As voters cast their vote for the next US president, they may be tempted to snap a selfie with their ballot, but depending on where they are, taking a selfie in the voting booth may not be legal. Taking a photo in a voting booth is currently legal in just 21 states and Washington DC, while the act is explicitly illegal in another 16 states. However, in 13 states, the laws regarding ballot selfies are still unclear.
Residents in the following states can take selfies with their ballots without worrying about legal repercussions: Connecticut, Hawaii, Idaho, Indiana, Kentucky, Louisiana, Maine, Massachusetts, Michigan, Minnesota, Montana, Nebraska, New Hampshire, North Dakota, Oregon, Rhode Island, Utah, Vermont, Virginia, Washington, Washington DC and Wyoming.
While taking a selfie of your own ballot is legal in all these states, taking a photo of another voter's ballot is illegal in Utah. The Associated Press reported that officials in Louisiana and Washington are not fond of ballot selfies.
However, voters in the following states should not take selfies with their ballots as it is illegal: Alabama, Alaska, Colorado, Florida, Georgia, Illinois, Kansas, Mississippi, Nevada, New Jersey, New Mexico, New York, North Carolina, South Carolina, South Dakota and Wisconsin.
In the remaining 13 states— Arizona, Arkansas, California, Delaware, Iowa, Maryland, Missouri, Ohio, Oklahoma, Pennsylvania, Tennessee, Texas and West Virginia—the law remains unclear and changes according to each specific state, according to Vox. Laws in these states widely differ, from banning photography specifically in the polling place, to prohibiting electronic devices at stations altogether.
Singer Justin Timberlake became the subject of a short-lived investigation in his home state of Tennessee after posting his own ballot selfie to encourage fans to vote. According to The Commercial Appeal, Vince Higgins, communications director for the office of Shelby County District Attorney General Amy Weirich, said he was wrong in saying Timberlake's selfie was under review in Memphis.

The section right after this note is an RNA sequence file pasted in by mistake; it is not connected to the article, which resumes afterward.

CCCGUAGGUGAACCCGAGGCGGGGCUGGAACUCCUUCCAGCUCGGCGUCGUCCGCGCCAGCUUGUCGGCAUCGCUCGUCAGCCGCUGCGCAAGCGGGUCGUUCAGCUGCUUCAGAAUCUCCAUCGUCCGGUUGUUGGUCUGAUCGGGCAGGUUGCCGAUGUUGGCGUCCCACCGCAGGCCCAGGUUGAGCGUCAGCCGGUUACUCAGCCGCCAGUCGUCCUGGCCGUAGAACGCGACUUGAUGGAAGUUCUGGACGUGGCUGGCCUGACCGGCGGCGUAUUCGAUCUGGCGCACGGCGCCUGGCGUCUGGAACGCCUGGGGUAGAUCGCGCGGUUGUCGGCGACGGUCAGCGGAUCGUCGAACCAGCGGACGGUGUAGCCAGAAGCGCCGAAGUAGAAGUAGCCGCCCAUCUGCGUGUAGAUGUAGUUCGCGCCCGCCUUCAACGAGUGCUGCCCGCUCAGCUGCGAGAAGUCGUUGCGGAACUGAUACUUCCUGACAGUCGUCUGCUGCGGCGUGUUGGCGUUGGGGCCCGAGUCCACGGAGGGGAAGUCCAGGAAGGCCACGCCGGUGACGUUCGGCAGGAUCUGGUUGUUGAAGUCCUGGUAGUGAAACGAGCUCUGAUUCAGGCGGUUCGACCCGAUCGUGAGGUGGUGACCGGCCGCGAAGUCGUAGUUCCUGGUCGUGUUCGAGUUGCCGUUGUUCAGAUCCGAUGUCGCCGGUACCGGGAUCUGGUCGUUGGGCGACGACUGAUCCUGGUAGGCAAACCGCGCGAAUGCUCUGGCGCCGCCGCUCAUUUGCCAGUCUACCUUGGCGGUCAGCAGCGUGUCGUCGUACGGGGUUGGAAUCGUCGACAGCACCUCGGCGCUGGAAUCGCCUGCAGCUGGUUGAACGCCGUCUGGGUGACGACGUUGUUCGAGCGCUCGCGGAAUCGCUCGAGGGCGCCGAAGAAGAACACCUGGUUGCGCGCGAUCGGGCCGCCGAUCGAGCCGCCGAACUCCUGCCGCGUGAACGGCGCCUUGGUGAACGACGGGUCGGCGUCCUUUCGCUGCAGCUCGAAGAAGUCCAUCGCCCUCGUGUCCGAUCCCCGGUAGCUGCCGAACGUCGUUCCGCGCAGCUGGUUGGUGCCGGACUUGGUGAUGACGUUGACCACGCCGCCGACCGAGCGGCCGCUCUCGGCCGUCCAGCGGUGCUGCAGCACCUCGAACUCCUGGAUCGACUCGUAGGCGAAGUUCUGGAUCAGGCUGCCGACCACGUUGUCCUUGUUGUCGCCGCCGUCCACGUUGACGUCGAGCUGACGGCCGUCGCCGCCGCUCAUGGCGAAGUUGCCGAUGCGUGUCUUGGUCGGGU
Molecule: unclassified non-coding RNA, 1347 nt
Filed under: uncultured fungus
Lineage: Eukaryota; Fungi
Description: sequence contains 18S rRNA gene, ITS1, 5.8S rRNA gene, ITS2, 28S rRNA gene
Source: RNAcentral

"The statement released earlier today by my office regarding Justin Timberlake and an investigation was incorrect and was released without my knowledge," Weirich said in a statement on Tuesday (25 October). "I am out of town at a conference. No one in our office is currently investigating this matter nor will we be using our limited resources to do so."
IBTimes UK breaks down what the law allows in these 13 states.
- Arizona: Photography banned within 75 feet of polling places. However, sharing early ballots on social media is allowed.
- Arkansas: State law on sharing voting choice is unclear.
- California: The ban on ballot selfies will be repealed after the 8 November election, however, the current law is not strictly enforced.
- Delaware: No cellphones allowed in the voting booth, but the law is not strictly enforced.
- Iowa: Electronic devices are not allowed in the voting booth, however, photos of absentee ballots are allowed.
- Maryland: Electronic devices are not allowed in polling places except for the media. Neither voters nor the media are allowed to photograph voters' ballots. Photographing mailed ballots is allowed.
- Missouri: Voters banned from showing their ballots to others, but ballot selfies are a "grey area".
- Ohio: Voters banned from showing their ballots to others, but restrictions on ballot selfies are unclear.
- Oklahoma: A 40-year-old law bans ballot selfies but there are no penalties.
- Pennsylvania: Voters banned from showing others how they are "about to vote".
- Tennessee: Voters banned from taking photography at polling places, but photos of mail-in ballots are unclear.
- Texas: Photography banned within 100 feet of polling places. Photos of mail-in ballots are allowed.
- West Virginia: Electronic devices are not allowed inside voting booths. Photos of mail-in ballots are not regulated by the law.